Tom Squire
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Atomic orbitals can seem like a daunting prospect for someone new to the idea, however it is useful to know about as it can help with other aspects of chemistry. This is because the shapes of the orbitals and how they interact with one another underpins a lot of chemistry, particularly the bonding between molecules and how molecules react with each other.  

Orbital shapes and sizes

To start with only atomic orbitals will be discussed. Atomic orbitals are the place in an atom where the electrons dwell. They are often described in terms of shells and subshells in alevel. A shell more broadly speaking describes the energy of an orbital (1,2,3,4,5 etc) and a subshell describes the shape of an orbital (s,p,d). As the energy of an orbital increases (i.e. the shell number) from 1 to 2 to 3 etc, the size of the orbital increases. NOT the shape. The shapes of the 3 orbitals can be seen below;

(image source; https://www.pngwing.com/en/search?q=orbital+Overlap)

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Filling orbitals

There is a specific order in which orbitals must be filled which may seem daunting at first. However, this is where a periodic table becomes very useful. See the video which shows how using a periodic table can help in organising electrons in the correct orbital – also termed the electronic configuration. It’s important to remember only 2 electrons can occupy 1 orbital at a time.

Once you combine the knowledge of the orbital sizes/shapes and how to fill them, a lot of chemistry becomes easier to explain!

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Hybrid orbitals

Again hybrid orbitals sounds like a complicated idea, however hybrid orbitals are only atomic orbitals combined to together. Here we are going to discuss sp, sp2 and sp3 orbitals seen below. As the names suggest these hybrid orbitals are made up of 1 s orbital and either 1, 2 or 3 p orbitals. Hybrid orbitals are an important concept when trying to understand the shapes of molecules and how the atoms in a molecule interact/bond. 

(image source; https://www.pinterest.co.uk/estellebrinkman/organic-chemistry/)

These hybrid orbitals directly link to how many valence electrons are present in the atom and the atoms surround/bond to the atom (Note valence electrons are electrons in an atoms outer shell). For example the molecule CH4 and hydrogens surrounding the central carbon which has 4 valence electrons. Therefore 4 orbitals are needed to form the 4 bonds using the 4 electrons from the carbon. Thus, the carbon needs four sp3 orbitals so combines its one s orbital with its three p orbitals to get the four sp3 hybrid orbitals.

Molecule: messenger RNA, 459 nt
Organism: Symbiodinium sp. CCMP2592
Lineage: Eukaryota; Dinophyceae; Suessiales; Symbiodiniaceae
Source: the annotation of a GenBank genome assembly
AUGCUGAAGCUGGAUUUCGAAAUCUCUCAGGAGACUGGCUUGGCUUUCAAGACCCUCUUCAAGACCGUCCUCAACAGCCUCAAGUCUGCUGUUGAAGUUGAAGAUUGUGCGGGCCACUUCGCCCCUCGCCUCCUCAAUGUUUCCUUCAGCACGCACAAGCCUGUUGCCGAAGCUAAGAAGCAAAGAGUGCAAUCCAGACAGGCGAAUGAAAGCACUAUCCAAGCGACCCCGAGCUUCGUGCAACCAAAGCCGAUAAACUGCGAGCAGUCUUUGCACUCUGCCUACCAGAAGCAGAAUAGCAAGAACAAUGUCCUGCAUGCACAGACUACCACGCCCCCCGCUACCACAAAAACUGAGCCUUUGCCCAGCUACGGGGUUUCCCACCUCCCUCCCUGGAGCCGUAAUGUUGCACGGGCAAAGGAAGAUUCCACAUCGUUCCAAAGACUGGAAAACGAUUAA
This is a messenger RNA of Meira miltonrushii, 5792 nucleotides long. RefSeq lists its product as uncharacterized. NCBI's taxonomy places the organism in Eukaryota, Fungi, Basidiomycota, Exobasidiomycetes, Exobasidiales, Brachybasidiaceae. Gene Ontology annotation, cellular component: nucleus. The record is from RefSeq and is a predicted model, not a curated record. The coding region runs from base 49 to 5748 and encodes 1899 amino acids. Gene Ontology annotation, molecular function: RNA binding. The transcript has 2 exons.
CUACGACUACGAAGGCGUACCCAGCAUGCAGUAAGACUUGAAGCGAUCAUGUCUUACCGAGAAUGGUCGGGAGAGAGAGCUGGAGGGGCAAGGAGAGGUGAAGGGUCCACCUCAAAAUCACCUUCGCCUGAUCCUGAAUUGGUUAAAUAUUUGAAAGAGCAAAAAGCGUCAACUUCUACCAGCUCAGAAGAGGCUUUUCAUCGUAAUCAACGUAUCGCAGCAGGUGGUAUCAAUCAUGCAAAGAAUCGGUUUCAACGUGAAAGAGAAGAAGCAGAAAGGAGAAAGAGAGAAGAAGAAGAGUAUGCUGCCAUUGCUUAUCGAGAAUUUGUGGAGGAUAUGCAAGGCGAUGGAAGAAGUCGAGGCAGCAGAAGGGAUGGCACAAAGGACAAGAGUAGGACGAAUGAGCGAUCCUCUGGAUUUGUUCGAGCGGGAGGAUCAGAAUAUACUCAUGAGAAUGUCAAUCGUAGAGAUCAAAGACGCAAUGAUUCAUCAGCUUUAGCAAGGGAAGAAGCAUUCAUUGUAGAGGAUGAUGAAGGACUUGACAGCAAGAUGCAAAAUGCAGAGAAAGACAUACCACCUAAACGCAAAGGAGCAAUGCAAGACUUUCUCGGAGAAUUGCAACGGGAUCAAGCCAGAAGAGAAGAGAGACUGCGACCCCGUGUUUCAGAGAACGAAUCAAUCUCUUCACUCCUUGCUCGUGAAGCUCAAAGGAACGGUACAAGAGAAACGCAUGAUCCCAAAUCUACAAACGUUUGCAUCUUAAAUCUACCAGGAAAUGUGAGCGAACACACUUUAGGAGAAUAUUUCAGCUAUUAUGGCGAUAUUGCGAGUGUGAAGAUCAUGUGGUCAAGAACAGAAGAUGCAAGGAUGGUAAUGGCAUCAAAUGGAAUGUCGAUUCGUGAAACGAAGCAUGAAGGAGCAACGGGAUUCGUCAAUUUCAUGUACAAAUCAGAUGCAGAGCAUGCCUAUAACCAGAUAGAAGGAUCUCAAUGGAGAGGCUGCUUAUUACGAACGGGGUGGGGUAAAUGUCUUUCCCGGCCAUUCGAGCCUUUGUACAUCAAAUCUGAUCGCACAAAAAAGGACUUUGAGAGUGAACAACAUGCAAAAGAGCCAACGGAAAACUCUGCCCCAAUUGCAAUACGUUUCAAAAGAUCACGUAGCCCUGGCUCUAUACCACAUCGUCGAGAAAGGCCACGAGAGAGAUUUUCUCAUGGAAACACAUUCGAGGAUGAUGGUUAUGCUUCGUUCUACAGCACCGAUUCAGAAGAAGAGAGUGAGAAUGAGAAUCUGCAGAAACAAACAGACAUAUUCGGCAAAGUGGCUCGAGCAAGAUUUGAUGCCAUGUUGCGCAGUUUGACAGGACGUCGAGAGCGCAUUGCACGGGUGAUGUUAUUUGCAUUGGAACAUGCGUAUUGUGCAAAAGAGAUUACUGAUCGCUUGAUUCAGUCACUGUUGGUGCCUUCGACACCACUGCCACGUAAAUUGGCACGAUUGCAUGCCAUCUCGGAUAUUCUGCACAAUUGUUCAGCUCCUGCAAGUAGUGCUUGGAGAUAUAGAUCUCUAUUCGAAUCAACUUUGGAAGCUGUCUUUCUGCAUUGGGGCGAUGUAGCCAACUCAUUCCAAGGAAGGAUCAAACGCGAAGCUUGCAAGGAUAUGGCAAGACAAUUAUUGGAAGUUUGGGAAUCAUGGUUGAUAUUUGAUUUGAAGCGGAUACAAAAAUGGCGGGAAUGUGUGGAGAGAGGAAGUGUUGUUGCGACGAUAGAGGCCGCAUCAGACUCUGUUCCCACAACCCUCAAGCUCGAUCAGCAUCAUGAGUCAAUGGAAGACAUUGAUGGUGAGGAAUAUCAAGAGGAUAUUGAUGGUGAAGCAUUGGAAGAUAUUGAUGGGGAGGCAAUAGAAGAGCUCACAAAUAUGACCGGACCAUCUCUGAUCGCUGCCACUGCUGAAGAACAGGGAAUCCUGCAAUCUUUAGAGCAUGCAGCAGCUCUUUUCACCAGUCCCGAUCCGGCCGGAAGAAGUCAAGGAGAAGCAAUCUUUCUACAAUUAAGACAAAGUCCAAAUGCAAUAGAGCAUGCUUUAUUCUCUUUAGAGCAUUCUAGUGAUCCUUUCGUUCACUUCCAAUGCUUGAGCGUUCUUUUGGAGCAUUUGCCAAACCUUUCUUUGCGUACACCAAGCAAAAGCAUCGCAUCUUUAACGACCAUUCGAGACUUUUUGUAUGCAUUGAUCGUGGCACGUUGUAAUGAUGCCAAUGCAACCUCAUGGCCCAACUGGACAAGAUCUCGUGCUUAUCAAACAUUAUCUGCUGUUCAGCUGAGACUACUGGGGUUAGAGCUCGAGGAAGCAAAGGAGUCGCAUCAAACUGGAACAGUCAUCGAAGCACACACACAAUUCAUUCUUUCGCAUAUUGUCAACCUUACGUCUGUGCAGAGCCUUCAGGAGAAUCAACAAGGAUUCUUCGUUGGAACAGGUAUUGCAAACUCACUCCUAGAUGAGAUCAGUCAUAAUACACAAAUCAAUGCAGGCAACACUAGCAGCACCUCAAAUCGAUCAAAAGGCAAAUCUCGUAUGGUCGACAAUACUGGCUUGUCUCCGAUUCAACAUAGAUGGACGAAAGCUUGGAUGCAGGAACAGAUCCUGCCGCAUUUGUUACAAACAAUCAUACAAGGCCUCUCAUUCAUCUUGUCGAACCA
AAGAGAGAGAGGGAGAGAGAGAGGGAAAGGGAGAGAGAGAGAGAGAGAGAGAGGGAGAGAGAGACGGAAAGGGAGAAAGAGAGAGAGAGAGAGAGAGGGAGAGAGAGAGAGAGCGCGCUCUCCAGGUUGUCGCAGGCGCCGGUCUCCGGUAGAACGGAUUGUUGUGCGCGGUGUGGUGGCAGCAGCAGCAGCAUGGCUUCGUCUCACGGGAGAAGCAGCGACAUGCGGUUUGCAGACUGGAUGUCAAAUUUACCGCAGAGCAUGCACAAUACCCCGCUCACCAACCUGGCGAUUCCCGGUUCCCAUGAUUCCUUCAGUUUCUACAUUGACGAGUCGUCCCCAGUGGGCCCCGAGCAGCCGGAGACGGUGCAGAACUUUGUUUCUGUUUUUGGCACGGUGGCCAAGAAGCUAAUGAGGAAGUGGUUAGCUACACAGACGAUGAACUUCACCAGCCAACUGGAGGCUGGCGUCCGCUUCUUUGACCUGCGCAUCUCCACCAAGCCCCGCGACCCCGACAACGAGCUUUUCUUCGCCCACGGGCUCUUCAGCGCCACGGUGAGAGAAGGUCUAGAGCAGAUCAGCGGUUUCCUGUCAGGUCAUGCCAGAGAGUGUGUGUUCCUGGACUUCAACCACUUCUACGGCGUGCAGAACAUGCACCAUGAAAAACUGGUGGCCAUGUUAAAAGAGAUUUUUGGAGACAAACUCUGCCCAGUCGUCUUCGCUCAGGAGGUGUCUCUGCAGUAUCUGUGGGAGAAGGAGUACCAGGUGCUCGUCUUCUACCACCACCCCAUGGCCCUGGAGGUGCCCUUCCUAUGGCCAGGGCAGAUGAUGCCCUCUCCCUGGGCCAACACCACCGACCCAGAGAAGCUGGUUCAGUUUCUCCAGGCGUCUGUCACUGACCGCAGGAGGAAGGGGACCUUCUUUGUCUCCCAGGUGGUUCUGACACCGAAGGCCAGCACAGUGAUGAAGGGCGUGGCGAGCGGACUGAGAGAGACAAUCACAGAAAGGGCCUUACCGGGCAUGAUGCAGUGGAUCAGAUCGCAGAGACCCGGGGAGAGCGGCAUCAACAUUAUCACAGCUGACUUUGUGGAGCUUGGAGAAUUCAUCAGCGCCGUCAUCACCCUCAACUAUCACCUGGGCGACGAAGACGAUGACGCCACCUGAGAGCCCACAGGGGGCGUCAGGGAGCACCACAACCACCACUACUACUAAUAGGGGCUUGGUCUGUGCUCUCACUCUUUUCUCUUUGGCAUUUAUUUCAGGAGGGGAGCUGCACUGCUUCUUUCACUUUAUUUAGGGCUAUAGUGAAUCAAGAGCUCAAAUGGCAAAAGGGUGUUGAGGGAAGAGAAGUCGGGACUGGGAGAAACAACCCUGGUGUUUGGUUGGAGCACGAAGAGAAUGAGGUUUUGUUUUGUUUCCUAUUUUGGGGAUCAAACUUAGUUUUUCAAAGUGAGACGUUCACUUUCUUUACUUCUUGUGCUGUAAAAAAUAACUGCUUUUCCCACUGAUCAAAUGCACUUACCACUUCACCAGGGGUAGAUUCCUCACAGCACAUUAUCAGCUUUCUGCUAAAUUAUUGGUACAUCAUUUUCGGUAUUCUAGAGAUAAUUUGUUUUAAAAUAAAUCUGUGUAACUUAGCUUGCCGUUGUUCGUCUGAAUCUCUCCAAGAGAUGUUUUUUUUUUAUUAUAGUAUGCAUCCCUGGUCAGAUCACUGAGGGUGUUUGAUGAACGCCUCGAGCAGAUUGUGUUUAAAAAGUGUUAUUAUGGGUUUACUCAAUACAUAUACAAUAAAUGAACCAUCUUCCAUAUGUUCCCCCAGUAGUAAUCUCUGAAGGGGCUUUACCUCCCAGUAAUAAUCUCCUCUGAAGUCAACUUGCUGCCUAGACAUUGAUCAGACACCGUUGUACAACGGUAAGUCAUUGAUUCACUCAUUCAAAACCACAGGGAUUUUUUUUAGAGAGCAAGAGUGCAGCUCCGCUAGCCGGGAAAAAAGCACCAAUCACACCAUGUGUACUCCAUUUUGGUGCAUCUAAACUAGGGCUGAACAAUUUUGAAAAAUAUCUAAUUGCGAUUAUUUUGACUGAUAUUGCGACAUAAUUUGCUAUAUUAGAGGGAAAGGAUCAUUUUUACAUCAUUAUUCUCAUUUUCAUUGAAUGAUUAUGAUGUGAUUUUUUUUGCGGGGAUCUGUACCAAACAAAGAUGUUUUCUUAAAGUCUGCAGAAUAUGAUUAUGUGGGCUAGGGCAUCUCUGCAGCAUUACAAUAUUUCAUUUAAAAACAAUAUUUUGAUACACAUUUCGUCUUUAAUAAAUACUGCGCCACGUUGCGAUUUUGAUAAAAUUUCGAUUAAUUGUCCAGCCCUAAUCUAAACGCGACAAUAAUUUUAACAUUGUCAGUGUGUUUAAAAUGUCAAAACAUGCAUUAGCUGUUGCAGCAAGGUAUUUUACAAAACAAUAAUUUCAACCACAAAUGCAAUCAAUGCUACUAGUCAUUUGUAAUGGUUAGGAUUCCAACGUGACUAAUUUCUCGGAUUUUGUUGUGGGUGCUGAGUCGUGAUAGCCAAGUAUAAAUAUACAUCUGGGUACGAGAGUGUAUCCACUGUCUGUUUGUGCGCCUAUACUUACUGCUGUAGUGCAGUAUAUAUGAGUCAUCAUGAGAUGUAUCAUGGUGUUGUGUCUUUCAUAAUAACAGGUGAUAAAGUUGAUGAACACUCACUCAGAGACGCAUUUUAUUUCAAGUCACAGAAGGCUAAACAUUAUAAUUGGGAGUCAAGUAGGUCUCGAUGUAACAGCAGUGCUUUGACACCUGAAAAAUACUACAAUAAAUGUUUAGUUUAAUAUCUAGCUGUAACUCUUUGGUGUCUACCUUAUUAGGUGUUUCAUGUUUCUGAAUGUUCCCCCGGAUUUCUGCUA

An example of using this concept is with Lewis acids/bases, especially how BF3 reacts with NH3. In BF3 the central B atom has 3 valence electrons so forms 3 sp2 orbitals. There is however 1 p orbital that is not used. This free p orbital is free to accept the pair of electrons from NH3, therefore allowing BF3 to act as a Lewis acid. 

(image source https://chemed.chem.purdue.edu/genchem/topicreview/bp/ch11/lewis.php)

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Bonding orbitals

Bonding orbitals combine orbitals of different atoms and are the basis of covalent bonds. There are 2 types of bonding orbitals shown below. The sigma bonding orbital; which makes up single covalent bonds. And pi bonding orbitals; which make up double bonds (also described as pi bonds).  The important concept here is that the orbitals of the two atoms must align to allow sufficient overlap in 3D. The overlap of the two orbitals is what forms “a bond”.

bonding orbitals

For every bonding orbital there is an antibonding orbital. These antibonding orbitals are always the opposite to an antibonding orbital and signified with a *. Antibonding orbitals are important in describing how a reaction takes place through breaking then making new bonds. The antibonding orbital effectively acts as a target for a pair of electrons to attack. When the new pair of electrons interact with the antibonding orbital, it forms a new bond and forces the corresponding bonding orbital (or corresponding bond) to break apart. A good example is the nucleophilic substitution reaction (or SN2 reaction) as seen below. 

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To learn more generally about bonding and intermolecular forces, see the chemBAM page.

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